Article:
The Amazon Rainforest is being cleared of an area the size of a soccer field every minute. Most of this is driven by cattle farming — clearing forest to provide grazing land for cattle and land for growing feed crops.
But what exactly is cattle farming, and why is it bad for the environment?
What Is Cattle Farming?
Cattle farming, simply put, is a form of business aimed at raising cows, bulls, oxen and calves for various purposes, the most prominent being dairy, beef and leather.
What Are the Types of Cattle Farming?
Dairy cows are all female because the industry requires them to give birth and produce milk for their babies. That milk is then taken to be marketed for consumption by humans. Cattle farmers specifically breed dairy cows to produce large quantities of milk. In the U.S., the Holstein Friesian and Jersey breeds are usually used on dairy farms.
To keep the production of milk constant, a cow has to continue lactating. This is ensured by impregnating the cow every year via artificial insemination, a method that uses the sperm of bulls considered to be genetically superior to inseminate cows and ensure profitable offspring. The calves hardly taste their mothers’ milk — they are put on a soy milk formula instead. Calves who are capable of future dairy production undergo the same cycle as their mothers, and those who cannot produce dairy are put to use in other industries.
Beef cattle are bulls and calves raised to be killed for meat. Many of the calves are turned into veal, by being killed at 2 or 3 days old, and sometimes even at just 2 or 3 hours. The rest are raised to be fattened for beef. Just as with dairy cows, beef cattle are selectively bred, to help produce and sell different commodities, such as leaner meats. Most beef cattle in the U.S. are eventually put in enclosures in feedlots before slaughter, where they survive in unsanitary conditions, while only a small percentage are given continuous access to pasture.
Often thought of as a byproduct of the dairy and meat industries, leather has in fact become one of the main sources of profit for cattle farmers. Leather is the skin of a cow, bull or calf. It is usually young calves that are killed, for their soft and unmarked skin.
What Is a Cattle Farm Called?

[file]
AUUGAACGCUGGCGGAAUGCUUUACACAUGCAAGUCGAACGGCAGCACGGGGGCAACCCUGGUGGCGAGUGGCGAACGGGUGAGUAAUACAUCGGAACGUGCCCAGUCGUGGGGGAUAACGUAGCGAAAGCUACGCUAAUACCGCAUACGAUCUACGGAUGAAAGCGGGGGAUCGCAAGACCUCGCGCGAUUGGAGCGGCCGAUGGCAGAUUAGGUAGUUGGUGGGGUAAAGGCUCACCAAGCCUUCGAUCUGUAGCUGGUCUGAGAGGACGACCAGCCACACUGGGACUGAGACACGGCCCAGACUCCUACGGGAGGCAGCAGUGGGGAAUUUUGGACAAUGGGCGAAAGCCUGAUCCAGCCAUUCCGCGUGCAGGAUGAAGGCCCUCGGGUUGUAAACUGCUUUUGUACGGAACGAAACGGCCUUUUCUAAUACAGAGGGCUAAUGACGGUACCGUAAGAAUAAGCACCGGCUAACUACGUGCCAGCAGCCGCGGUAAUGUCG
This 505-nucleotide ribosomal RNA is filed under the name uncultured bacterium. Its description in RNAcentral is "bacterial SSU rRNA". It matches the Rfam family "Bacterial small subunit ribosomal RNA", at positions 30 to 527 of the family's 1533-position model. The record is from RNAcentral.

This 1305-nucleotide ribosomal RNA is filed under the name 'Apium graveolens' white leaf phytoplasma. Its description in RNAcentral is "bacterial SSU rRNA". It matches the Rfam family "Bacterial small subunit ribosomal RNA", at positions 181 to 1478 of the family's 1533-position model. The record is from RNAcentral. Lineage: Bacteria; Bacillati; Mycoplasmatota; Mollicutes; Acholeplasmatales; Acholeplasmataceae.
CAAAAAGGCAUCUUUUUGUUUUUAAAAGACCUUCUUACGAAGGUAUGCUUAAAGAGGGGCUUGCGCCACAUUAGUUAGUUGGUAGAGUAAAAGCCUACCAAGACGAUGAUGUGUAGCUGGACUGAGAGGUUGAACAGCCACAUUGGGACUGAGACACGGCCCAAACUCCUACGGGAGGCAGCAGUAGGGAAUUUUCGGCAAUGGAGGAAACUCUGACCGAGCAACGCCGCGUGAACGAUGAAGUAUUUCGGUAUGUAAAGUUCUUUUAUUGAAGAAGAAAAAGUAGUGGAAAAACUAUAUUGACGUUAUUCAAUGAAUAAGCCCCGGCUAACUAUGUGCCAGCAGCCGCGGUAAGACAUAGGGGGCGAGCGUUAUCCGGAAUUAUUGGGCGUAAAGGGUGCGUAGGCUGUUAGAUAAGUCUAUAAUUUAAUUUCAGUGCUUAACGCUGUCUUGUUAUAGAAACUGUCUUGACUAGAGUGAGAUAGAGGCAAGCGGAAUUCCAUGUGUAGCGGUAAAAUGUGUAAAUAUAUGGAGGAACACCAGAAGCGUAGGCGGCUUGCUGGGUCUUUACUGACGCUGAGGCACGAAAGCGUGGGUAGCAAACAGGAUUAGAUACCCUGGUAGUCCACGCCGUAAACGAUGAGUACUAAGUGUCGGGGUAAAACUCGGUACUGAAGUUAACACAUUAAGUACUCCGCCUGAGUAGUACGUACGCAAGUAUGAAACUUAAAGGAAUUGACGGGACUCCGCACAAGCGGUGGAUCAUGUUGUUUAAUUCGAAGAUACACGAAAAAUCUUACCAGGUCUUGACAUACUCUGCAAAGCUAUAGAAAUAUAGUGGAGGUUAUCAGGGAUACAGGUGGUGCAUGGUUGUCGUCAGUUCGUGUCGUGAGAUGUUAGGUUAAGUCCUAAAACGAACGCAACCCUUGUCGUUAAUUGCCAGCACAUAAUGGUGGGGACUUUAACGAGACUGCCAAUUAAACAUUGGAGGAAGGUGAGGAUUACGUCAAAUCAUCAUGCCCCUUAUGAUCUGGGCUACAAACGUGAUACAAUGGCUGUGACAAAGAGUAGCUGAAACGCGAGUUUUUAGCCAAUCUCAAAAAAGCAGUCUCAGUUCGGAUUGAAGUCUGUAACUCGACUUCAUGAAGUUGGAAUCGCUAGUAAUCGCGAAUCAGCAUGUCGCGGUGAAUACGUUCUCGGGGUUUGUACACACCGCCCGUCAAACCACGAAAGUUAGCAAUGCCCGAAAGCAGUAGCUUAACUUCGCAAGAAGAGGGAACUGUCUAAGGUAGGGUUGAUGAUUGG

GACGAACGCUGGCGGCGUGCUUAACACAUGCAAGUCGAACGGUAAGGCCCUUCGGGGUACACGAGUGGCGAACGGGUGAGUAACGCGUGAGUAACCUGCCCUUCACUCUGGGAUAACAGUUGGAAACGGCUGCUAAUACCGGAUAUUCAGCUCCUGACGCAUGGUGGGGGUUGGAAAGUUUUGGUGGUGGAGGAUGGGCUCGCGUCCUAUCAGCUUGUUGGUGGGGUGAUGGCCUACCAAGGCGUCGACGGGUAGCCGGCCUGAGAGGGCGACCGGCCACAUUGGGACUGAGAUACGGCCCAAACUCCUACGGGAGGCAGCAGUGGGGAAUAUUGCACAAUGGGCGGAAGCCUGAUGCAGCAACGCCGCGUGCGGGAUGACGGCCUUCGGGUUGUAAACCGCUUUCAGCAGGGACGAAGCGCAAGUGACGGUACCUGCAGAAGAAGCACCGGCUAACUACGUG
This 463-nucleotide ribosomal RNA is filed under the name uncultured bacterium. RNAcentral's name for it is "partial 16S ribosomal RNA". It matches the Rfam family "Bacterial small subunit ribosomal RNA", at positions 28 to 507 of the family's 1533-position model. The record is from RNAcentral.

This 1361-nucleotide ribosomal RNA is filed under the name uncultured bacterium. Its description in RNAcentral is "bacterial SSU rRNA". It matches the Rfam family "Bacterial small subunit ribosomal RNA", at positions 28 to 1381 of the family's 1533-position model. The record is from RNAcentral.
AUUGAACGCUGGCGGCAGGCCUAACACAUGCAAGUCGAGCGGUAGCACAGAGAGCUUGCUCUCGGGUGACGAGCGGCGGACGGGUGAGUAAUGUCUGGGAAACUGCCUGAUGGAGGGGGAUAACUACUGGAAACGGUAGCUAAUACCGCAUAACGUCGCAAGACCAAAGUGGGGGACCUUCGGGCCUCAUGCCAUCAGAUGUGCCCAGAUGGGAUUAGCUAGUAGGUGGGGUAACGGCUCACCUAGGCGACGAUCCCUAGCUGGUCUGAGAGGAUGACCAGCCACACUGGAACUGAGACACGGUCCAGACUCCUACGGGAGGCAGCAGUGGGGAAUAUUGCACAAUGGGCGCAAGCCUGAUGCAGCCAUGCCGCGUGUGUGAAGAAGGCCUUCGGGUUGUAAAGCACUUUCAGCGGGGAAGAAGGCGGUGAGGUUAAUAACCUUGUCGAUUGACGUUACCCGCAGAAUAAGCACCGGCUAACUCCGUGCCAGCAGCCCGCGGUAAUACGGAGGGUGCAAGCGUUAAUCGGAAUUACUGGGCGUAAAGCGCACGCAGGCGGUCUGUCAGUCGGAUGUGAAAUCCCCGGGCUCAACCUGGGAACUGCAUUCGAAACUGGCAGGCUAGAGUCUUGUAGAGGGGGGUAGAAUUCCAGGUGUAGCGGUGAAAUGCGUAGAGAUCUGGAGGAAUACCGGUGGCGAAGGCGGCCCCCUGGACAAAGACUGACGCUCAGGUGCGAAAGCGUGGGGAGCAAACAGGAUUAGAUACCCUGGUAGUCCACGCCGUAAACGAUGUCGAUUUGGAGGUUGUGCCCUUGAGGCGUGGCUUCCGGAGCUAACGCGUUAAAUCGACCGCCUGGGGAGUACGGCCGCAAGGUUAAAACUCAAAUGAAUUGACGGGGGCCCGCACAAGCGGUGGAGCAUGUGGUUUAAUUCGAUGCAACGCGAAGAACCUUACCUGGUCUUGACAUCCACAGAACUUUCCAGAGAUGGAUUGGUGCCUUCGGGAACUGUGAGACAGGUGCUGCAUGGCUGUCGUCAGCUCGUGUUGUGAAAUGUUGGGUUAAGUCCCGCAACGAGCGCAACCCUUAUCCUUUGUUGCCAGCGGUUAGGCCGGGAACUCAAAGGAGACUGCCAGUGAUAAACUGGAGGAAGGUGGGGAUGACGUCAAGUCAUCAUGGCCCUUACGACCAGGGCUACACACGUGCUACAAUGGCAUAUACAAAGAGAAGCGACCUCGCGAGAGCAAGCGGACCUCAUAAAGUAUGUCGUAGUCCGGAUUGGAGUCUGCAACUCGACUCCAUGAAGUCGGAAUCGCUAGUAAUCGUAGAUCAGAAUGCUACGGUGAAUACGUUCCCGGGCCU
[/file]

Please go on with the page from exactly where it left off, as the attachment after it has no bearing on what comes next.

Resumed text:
Cattle farms are often known as either beef farms or dairy farms, depending on the purpose for which the cows are being raised. The majority of cows are also raised in large, intensive farms that are classed by the Environmental Protection Agency as Concentrated Animal Feeding Operations or CAFOs, and which are commonly called factory farms.
How Is a Cattle Farm Maintained?
How cattle farms are maintained differs depending on what kind of cattle farm it is. Dairy farms require milking equipment, for example, while the farms that buy mature beef cows to ready them for slaughter require feedlots where cattle are fed grains to fatten them up. Some important aspects of running and maintaining a cattle farm include handling, grazing, housing, fly control and reproduction.
Cows need to be handled in a way that prevents stress or injury, and that ensures their overall well-being. But quite the opposite tends to be the case in cattle farms. Cows are often stationed on concrete floors for a long period, damaging their hooves and causing sore joints. Many dairy cows are milked using machines, which among other things cause mastitis, leading to pus in milk. Cattle handling also involves literally breaking up families, by separating lactating cows from their babies, so that the milk can be used for dairy and the babies can be used as meat.
Cattle farming needs ample pasture space for grazing. After a few months, calves destined to be sold for their meat then have to move to a feedlot to be fattened. The problem with the feed given to cattle is that their diet is mostly focused on producing more milk or better meat, without much concern for how good the diet is for the cattle themselves. Sometimes, instead of being transferred to feedlots, cattle are allowed to feed on mostly grass and are labeled as “grass-fed” cattle.